Tunisia's unrest continues amid political uncertainty

Young people in Tunisia continue to demonstrate against unjust living conditions. Earlier protests were met with strong police resistance leading to several arrests and injuries. Estimates indicate more than 1000 have been arrested in recent protests. 

On Thursday evening, demonstrations stood in front of the military barracks in the governorate of Tataouine, south of Tunis, to protest against the intervention of the army to prevent them from closing a gas station for collecting and pumping oil in the El-Kamour region in the desert in the far south of the country. 

The army did not allow the protesters to reach the oil station and confiscated their cars which further angered the protestors as they retreated to the city centre. 

Protests are generally believed to be well-organised. The "Coordination of El-Kamour Sit-in", a group that led the protest in Tataouine, said that the escalating tensions are due to the  "lack of seriousness of the government" in implementing decisions and its adoption of the policy of procrastination in implementing the agreement signed on November 2020, which provided for the creation of jobs for the unemployed and plans for the development of the district.

On Saturday, protestors in the capital, Tunis, held a rally to mark the anniversary of the killing of secular activist and lawyer Chokri Belaid. The protestors defied a police lockdown that blocked roads in a large area of the capital.

Samir Cheffi, a senior Tunisian General Labour Union (UGTT) official, said the protest was needed to protect liberties. “Today is a cry of alarm to defend the revolution, to protect freedoms under threat,” he said.

Ten years after Tunisia’s revolution, Tunisia is riddled with mistrust on various fronts. On one hand, labour unions and security forces accuse each other of exploiting their privileges and on the other hand, the country's political establishment is mired in squabbling between the president, prime minister and the parliament as the economy stagnates.

The most recent development was a ministerial reshuffle which was proposed by the Prime Minister Hichem Mechichi and approved by the Parliament, but has not gone well since it was introduced. President Kais Saeed refused to certify some ministerial appointments due to allegations of fraud and corruption. Meanwhile, Prime Minister Mechichi and Speaker of the Parliament Rached Ghannouchi are supporting the reshuffle.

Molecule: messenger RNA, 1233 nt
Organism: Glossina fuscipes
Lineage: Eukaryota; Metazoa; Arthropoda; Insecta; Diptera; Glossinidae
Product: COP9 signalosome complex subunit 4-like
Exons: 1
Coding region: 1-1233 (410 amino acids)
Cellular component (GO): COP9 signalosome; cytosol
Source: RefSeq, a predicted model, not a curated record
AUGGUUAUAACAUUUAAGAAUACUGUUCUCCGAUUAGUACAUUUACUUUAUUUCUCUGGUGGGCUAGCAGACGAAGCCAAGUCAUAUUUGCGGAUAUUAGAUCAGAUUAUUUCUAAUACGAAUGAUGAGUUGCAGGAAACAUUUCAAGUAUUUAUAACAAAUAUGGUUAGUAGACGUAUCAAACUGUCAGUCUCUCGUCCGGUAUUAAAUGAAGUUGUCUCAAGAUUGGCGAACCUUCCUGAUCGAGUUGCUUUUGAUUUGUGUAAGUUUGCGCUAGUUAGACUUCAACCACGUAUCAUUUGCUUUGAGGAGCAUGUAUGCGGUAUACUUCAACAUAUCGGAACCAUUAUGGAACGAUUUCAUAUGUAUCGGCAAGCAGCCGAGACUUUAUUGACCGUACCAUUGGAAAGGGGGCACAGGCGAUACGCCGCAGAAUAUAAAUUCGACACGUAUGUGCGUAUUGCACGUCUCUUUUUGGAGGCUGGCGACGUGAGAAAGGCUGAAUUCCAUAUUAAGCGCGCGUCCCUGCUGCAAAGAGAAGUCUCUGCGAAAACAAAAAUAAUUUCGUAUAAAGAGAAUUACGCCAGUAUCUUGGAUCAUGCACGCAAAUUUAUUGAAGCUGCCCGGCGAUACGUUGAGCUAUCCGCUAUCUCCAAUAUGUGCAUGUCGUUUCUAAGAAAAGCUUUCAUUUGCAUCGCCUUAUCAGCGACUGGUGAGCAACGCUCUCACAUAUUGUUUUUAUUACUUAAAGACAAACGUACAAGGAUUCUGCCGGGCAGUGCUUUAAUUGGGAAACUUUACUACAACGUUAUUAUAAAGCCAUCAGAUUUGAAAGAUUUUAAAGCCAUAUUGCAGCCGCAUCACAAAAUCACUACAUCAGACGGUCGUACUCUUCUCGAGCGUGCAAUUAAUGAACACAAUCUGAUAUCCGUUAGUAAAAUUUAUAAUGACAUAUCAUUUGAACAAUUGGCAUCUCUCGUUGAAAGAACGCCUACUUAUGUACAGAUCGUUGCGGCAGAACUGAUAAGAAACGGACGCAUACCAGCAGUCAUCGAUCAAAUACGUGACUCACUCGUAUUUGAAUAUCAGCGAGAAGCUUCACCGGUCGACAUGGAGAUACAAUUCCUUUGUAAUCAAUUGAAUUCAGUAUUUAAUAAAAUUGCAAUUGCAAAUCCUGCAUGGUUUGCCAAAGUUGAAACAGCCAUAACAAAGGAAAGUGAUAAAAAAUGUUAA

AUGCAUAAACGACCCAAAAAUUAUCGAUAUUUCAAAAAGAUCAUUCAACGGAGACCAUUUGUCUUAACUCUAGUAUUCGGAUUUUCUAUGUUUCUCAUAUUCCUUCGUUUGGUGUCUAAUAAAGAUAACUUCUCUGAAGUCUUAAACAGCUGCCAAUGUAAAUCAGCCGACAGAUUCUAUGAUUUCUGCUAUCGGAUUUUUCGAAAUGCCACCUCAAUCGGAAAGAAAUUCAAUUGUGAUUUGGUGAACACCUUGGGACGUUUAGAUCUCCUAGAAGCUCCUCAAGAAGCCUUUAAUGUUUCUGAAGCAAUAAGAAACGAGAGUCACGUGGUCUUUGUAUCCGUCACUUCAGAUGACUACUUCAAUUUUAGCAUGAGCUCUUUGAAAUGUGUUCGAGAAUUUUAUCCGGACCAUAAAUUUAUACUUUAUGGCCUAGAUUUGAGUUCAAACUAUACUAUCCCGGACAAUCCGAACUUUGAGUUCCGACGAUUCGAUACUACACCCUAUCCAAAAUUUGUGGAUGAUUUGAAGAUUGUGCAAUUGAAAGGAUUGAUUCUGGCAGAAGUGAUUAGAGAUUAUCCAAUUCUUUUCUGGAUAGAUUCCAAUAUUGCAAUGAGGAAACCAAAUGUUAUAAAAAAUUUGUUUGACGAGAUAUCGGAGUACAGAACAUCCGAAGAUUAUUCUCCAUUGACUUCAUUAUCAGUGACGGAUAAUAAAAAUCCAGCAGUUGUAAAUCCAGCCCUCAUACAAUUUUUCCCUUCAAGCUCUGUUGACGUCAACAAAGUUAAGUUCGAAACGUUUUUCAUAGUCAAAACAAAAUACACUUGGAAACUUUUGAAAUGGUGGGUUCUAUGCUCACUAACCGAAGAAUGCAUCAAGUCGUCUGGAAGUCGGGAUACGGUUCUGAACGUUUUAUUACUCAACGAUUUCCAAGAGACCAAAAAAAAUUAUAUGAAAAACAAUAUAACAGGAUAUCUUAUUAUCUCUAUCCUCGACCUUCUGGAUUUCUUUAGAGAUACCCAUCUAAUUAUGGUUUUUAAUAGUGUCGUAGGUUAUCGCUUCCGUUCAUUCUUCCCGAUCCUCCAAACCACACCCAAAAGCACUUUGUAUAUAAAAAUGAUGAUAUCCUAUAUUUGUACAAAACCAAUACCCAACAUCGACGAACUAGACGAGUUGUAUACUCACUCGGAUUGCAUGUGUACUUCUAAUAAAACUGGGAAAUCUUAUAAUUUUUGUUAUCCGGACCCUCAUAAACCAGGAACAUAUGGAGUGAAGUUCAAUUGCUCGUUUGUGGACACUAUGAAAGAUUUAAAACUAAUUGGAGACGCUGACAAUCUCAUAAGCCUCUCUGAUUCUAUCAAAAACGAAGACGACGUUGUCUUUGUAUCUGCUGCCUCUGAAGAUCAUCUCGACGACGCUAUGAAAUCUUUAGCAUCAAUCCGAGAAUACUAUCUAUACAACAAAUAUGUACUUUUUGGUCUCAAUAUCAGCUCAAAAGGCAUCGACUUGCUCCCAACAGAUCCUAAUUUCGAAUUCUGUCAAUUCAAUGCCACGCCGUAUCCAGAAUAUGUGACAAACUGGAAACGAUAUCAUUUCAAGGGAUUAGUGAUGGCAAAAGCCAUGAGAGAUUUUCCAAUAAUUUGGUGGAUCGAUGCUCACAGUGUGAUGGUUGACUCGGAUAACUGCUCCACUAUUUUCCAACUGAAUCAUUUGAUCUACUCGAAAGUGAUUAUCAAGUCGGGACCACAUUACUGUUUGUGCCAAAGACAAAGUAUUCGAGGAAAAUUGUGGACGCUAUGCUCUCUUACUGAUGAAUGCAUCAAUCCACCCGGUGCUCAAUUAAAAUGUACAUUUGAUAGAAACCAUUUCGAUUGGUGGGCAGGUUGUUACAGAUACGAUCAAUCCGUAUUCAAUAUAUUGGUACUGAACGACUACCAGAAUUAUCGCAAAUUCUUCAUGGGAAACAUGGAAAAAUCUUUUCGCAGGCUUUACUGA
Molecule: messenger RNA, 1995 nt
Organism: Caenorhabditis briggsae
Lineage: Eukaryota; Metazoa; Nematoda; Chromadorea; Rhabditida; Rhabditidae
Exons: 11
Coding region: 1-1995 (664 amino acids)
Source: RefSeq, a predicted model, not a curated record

A group of experts and professors of constitutional law met with the Tunisian prime minister, confirming that the crisis of the ministerial reshuffle between the prime minister and the presidency of the republic is "political and therefore needs political solutions,". On his part, the President met with a parliamentary delegation and affirmed that he would not prove any appointments with a fraudulent background. Eleven ministers are due to commence their work in 25 days. 

The Speaker of Parliament who is also the head of the Islamic Ennahda Movement, Rashid Ghannouchi, recently proposed changing the current political system from a hybrid dual system to a parliamentary system with broad powers for the prime minister, providing for the position of the president of the republic to remain an honorary position.

Ennahda is keen on supporting the current proposed ministerial reshuffle because it seeks to keep its alliance with the Heart of Tunisia party which allows the party to maintain its strong Parliamentary presence, via its head as the Speaker. 

As for the President, his allegations of corruption are based on extensive reports about corruption activity of some of the proposed ministers.  The situation has resulted in a political stalemate as all leaders of the three governmental branches are backed by their political groups. Gannouchi on Friday called for Ennahda's supporters to rally in support of the cabinet and the ministerial reshuffle. Chances of a breakthrough in the impasse over the coming days appear to be slim.

Source: commonspace.eu with various agencies.
Picture: Protests in Teteouine, southern Tunisia. 


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